Tinkham Peak, Abiel Peak and Silver Peak  

These three peaks south of Snoqualmie Pass are little more than hikes. I found Tinkham to be the most interesting and impressive, and the summit I reached first. I began at Windy Pass (to get there take FSR 9070 from Hyak) where the PCT crosses the road. I hiked south on the PCT for about 2 miles  and just below the low point in the ridge between Tinkham peak and a minor hump, hereafter referred to as The Hump, centrally located between Tinkham, Abiel and Silver Peaks. There was a path that led to the low point in the ridge then went in several directions. To the left was a path that followed the ridge towards Tinkham. To the right was a path that led towards Abiel and Silver. Straight ahead a path lead toward Abiel Lake, which is technically off limits to the general public because it is in the Cedar River Watershed.  

I went left toward Tinkham Peak. The path, although obscured by snow, was fairly easy to follow if for no other reason than it followed the "No Trespassing" signs of the watershed. Eventually, the path reach a wide gully that ended at a short steeper rock and heather face. I climbed to the lower left side of the face. A finish on the ridge seemed difficult under the conditions, so I followed ramps and ledges of rock and heather on the short face to the reach the summit area (there is a summit register.). There were several inches of snow that made the route seem more difficult than is really is. When melted out it is probably class 1. There is a moderate to steep couloir just right of the north face that may offer a more interesting climb under the right conditions, otherwise the north face is steep rock (no routes in the guide).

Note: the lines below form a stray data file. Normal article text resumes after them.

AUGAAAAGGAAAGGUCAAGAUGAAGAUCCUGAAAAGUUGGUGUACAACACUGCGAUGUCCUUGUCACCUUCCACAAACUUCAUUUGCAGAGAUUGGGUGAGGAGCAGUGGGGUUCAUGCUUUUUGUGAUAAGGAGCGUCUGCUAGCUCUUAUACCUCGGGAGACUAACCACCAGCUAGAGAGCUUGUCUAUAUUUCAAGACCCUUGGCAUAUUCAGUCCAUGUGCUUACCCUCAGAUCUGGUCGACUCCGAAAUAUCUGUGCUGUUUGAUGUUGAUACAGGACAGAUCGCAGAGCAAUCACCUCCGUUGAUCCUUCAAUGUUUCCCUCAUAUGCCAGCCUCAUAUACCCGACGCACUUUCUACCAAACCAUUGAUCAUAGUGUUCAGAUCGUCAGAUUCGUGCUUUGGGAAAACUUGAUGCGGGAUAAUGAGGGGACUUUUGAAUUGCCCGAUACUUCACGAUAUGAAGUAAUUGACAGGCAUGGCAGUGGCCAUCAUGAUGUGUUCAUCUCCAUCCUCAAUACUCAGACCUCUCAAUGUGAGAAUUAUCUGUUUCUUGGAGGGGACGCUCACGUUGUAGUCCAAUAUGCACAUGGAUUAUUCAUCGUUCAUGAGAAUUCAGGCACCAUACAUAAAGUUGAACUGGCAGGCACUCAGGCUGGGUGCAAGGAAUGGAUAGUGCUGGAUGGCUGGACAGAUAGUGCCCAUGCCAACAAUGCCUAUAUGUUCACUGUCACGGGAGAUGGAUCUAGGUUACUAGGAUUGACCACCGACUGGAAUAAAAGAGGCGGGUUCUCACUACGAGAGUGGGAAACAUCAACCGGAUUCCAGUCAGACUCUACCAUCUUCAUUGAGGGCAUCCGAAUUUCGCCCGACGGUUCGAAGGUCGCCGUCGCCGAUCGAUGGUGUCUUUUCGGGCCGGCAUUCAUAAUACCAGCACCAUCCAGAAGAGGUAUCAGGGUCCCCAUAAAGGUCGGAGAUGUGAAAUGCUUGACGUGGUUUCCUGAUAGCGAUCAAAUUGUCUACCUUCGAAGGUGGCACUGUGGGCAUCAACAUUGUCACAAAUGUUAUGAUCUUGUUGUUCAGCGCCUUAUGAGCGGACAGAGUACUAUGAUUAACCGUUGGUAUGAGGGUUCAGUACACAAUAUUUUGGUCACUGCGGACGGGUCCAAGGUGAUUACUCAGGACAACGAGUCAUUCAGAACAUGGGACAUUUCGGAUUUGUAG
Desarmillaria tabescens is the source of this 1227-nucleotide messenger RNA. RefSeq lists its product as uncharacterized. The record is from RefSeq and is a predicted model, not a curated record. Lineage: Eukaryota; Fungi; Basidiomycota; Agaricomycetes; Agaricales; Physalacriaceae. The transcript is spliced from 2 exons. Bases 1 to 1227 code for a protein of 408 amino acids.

Abiel Peak from the summit of Tinkham Peak

I descended back to the low point in the ridge and continued on toward Abiel Peak, Silver Peak, and The Hump between the three peaks I planned to reach on this mostly cloudy, but dry day. I lost the path in deeper snow (it seems that is stays a couple of hundred feet below and north of the top of The Hump) and basically went over the hump to reach the saddle between The Hump and Abiel Peak. From there I could tell that there was a path of some sort leading up the ridge towards the summit of Abiel. The top is reached with minimal difficulties (mostly low brush  and talus). As when I was on Tinkham Peak, the weather didn't allow for many views...until I was on the way down, when I got the best views of the day.

Tinkham Peak from the summit of Abiel Peak


Mount Rainier from Abiel Peak


Silver Peak from Abiel Peak

I returned to The Hump, traversing just below the top on the west to reach the saddle between The Hump and Silver Peak.

The ascent of Silver Peak is simple: follow the ridge to the top. While this is probably the simplest of the three, it is more open and aesthetic... and would be the best ski tour...hmmm.

It is possible to take a more direct route from the summit back to the trail but it will probably save little time (brush and cliff bands). The fastest descent (particularly with good snow) is probably to descend the ridge (south) a few hundred feet then descend directly toward the trail.

Cascade Alpine Guide, Volume 1, 2nd Edition; Fred Beckey; Pages 144-147